Philagrafika 2010 colors Philadelphia

Philadelphia’s international festival celebrates the role of print making in contemporary art.

Philadelphia’s international festival celebrates the role of print making in contemporary art.

Courtesy Carl Pope Philagrafika 2010 is the largest art event in the United States and will become a recurring event in the city.

For five years, the Philagrafika organization has been planning Philagrafika 2010, a citywide event that showcases local print innovation. The event, which makes Philadelphia home to one of the largest art exhibits in the country, exposes the talent of artistic minds in innovative printmaking.

“The attitude is to let yourself go and come with an open mind,” said José Roca, Philagrafika 2010’s event curator and artistic director. “Whether you are a die-hard print specialist or someone that is interested in art, … you will find incredible things that will surprise you, raise you and fascinate you.”

Roca came to Philadelphia in 2002 and has been working with the Philagrafika organization for the last four years. After spreading the word about the project to the community, Roca received participation from approximately 80 partners.

“The new or different thing about working in Philadelphia for Philagrafika was the eminent collaborative nature of this endeavor,” said Roca, who worked with a team of curators from the core artistic institutions that signed on to the program.

He and the other curators incorporated traveling into the collection process, Roca said.

“[The co-curators and I traveled] around the world going to biennials, triennials, print shops, all kinds of print events and the studios of the artists [on all] continents to identify practices regarding print,” Roca added. “And then, the last year-and-a-half has been spent putting together the show, producing the works and installing the exhibitions.”

Beginning this Friday and continuing through April 11, Philagrafika will be showcasing the talent of more than 350 artists and uniting 89 Philadelphia art institutions. The five venues featured, each of which will flaunt major installations, are the Moore College of Art & Design, the Pennsylvania Academy of Fine Arts (PAFA), the Philadelphia Museum of Art, the Print Center and Temple Gallery at the Tyler School of Art. Each of the five venues has a unifying theme, titled The Graphic Unconscious, which attempts to visually explain how print enables the artist to engage the public’s fear.

Among the many artists whose work will be on display at Tyler is Carl Pope. But visitors won’t just find Pope’s art in the gallery – his work is out in the city too. His project, titled The Wall Remixed: North Philadelphia Small Business Advertising Campaign, is his third billboard endeavor.

“I thought that it would be interesting to provide billboards to small businesses and organizations [that] normally do not or cannot afford to use billboard advertising,” Pope said. The artist, who said he has been interested in art since he was five years old, originally started his career as a photographer.

Pope’s project is a collaborative piece. He worked with Mari Hulick, a graphic design collaborator, and local artist Homer Jackson. Pope also worked with 23 local businesses and the Mural Arts Program’s ArtWorks, an after-school outreach program for young children.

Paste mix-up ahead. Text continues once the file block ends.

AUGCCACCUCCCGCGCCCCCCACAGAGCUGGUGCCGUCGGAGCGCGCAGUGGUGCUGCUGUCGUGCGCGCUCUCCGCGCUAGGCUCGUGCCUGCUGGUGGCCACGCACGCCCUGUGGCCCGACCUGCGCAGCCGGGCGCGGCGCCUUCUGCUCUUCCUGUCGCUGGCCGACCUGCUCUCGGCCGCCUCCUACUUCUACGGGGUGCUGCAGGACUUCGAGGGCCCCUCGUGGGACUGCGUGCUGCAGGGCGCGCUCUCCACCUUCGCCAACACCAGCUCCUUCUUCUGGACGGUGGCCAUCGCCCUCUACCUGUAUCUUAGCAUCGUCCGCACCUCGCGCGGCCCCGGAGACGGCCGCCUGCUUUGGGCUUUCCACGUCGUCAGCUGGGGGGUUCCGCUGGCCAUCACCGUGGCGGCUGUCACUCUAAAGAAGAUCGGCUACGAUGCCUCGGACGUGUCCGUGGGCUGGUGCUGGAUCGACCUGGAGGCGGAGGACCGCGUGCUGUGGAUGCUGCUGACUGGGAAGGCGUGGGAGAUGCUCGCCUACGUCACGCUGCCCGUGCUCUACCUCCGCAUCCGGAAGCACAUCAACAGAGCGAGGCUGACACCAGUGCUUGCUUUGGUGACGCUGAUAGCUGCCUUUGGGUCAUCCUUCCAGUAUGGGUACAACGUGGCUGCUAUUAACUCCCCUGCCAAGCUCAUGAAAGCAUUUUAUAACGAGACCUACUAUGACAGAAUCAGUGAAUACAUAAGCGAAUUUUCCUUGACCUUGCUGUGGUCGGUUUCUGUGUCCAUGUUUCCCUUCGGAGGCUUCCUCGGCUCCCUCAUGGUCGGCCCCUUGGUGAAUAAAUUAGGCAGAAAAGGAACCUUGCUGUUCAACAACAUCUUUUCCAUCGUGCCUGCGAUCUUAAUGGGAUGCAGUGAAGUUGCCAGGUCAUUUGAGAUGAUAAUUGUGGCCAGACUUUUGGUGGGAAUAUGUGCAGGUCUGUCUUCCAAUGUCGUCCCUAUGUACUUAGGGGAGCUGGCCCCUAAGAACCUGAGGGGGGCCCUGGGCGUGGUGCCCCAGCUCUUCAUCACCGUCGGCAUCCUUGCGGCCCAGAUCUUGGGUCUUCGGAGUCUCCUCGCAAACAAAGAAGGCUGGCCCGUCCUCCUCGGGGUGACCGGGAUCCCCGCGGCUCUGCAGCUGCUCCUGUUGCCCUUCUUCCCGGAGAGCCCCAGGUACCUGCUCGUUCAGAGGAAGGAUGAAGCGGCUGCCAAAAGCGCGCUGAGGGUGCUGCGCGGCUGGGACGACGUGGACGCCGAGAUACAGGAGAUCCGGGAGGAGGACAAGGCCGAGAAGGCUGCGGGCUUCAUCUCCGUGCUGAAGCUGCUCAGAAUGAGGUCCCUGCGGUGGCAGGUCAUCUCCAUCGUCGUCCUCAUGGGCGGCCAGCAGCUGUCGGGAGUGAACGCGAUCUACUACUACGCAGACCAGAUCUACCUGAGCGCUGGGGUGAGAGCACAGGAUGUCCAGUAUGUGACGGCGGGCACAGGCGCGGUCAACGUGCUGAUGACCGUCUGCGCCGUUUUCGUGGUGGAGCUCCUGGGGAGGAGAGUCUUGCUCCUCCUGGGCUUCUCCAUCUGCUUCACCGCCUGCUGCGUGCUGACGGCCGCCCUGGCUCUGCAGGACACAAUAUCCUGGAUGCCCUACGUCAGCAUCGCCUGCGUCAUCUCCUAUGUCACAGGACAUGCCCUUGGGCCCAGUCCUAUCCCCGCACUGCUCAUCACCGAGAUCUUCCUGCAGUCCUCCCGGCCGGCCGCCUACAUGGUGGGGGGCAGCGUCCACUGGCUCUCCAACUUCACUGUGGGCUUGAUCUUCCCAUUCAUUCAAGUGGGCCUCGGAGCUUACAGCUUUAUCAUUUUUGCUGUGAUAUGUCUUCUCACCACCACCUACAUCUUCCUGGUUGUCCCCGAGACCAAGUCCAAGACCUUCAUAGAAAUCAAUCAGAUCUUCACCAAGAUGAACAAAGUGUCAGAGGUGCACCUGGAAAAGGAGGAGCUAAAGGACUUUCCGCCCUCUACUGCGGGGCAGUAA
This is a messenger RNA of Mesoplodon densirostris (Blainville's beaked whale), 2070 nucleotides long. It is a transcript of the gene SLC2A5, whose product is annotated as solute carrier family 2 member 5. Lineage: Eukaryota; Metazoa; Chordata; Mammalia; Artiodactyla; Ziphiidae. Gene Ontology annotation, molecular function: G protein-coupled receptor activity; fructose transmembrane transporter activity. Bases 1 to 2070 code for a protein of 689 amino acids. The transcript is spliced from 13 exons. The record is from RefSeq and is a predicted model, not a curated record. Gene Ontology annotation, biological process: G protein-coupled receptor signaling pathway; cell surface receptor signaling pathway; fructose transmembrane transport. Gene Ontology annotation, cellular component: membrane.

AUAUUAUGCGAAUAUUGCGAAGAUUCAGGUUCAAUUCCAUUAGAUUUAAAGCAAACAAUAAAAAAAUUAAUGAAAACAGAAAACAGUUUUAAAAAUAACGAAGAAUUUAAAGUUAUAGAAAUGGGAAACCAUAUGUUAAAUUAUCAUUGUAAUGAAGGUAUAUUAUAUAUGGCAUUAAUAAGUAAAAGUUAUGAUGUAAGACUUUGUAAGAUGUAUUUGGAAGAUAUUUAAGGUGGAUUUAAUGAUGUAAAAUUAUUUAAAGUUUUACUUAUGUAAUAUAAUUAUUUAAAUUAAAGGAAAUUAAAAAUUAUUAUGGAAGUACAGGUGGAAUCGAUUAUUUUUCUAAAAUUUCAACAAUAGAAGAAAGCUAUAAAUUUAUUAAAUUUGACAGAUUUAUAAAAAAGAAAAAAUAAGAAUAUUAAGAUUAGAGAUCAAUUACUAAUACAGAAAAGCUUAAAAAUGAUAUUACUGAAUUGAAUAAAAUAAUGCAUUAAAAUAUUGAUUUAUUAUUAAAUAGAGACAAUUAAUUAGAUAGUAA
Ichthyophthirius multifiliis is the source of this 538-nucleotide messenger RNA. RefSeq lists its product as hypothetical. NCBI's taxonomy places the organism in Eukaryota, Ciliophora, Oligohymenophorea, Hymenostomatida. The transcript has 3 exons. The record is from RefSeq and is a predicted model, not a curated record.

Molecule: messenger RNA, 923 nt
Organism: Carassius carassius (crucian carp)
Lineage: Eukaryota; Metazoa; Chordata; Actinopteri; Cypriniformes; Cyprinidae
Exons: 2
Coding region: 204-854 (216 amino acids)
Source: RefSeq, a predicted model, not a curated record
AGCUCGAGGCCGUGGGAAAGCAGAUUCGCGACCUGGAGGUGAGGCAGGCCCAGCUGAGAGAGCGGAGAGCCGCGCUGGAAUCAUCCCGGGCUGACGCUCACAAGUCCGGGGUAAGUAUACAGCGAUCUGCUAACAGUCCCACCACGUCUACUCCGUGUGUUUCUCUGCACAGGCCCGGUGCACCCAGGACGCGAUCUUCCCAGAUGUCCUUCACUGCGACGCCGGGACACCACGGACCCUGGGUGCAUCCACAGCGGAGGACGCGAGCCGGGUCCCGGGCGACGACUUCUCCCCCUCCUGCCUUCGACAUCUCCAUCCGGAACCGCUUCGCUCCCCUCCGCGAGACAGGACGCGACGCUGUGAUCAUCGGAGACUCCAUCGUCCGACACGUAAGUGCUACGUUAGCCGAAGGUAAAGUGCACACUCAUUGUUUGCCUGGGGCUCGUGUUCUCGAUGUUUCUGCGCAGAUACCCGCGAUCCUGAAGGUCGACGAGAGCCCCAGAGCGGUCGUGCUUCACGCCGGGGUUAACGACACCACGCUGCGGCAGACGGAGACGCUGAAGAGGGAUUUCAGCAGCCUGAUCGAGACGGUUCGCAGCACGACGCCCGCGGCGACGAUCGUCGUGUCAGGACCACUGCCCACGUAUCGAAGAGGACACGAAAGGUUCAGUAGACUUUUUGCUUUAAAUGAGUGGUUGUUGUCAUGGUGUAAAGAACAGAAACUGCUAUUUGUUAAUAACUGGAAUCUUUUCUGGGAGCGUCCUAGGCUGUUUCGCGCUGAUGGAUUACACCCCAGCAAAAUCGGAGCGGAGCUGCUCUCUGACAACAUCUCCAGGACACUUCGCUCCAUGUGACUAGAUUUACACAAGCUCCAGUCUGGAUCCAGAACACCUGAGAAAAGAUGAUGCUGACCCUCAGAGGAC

“The identities of the businesses and the voices of the kids are the most important thing,” Pope said, adding that he incorporated the interests of both the businesses and the children into his project.

Another participant in Tyler’s The Graphic Unconscious is Danish group Superflex, which was founded in 1993 and is directed by Jakob Fenger, Rasmus Nielsen and Bjonstjerne Christiansen. The group’s project, Copy Light, is a workshop that uses hanging lamps to address intellectual properties.

Each lamp is a cube printed with images of famous copyrighted hanging lamps. The Philagrafika proposal is to have a factory setting in the gallery with Temple students producing the lamps. Throughout the duration of the exhibit, audiences will see how it evolves. During the first day, there will be one or two hanging lamps and several in the making. After a week, there will be 10 to 12. By the end of the show, there will be a full-fledged light installation.

Philagrafika 2010 will host two national conferences, with which the group hopes to attract thousands of attendees, Roca said, along with many other specific programs that will attract visitors throughout the show’s duration. Many Philadelphians are expected to attend this event, but the curators are also hoping to get as much national exposure as possible, Roca said.

In addition to making the Philagrafika festival a reoccurring event, Roca said he has two goals for the project: to highlight the importance of the printed media in contemporary art practice and to highlight Philadelphia, its institutions and its collections.

“I am sure … there will be something to please everybody,” he added.

Roca has worked on art events around the world, many of which he has co-curated, including: Poly/graphic Triennial in 2004 in San Juan, Puerto Rico; the 27th Bienal de São Paulo in Sao Paulo in 2006; the Encuentro Internacional Medellín 2007 in Medellín, Colombia; and Cart[ajena], a series of urban interventions in Cartagena, Colombia in 2007.

Bob Kaplan can be reached at

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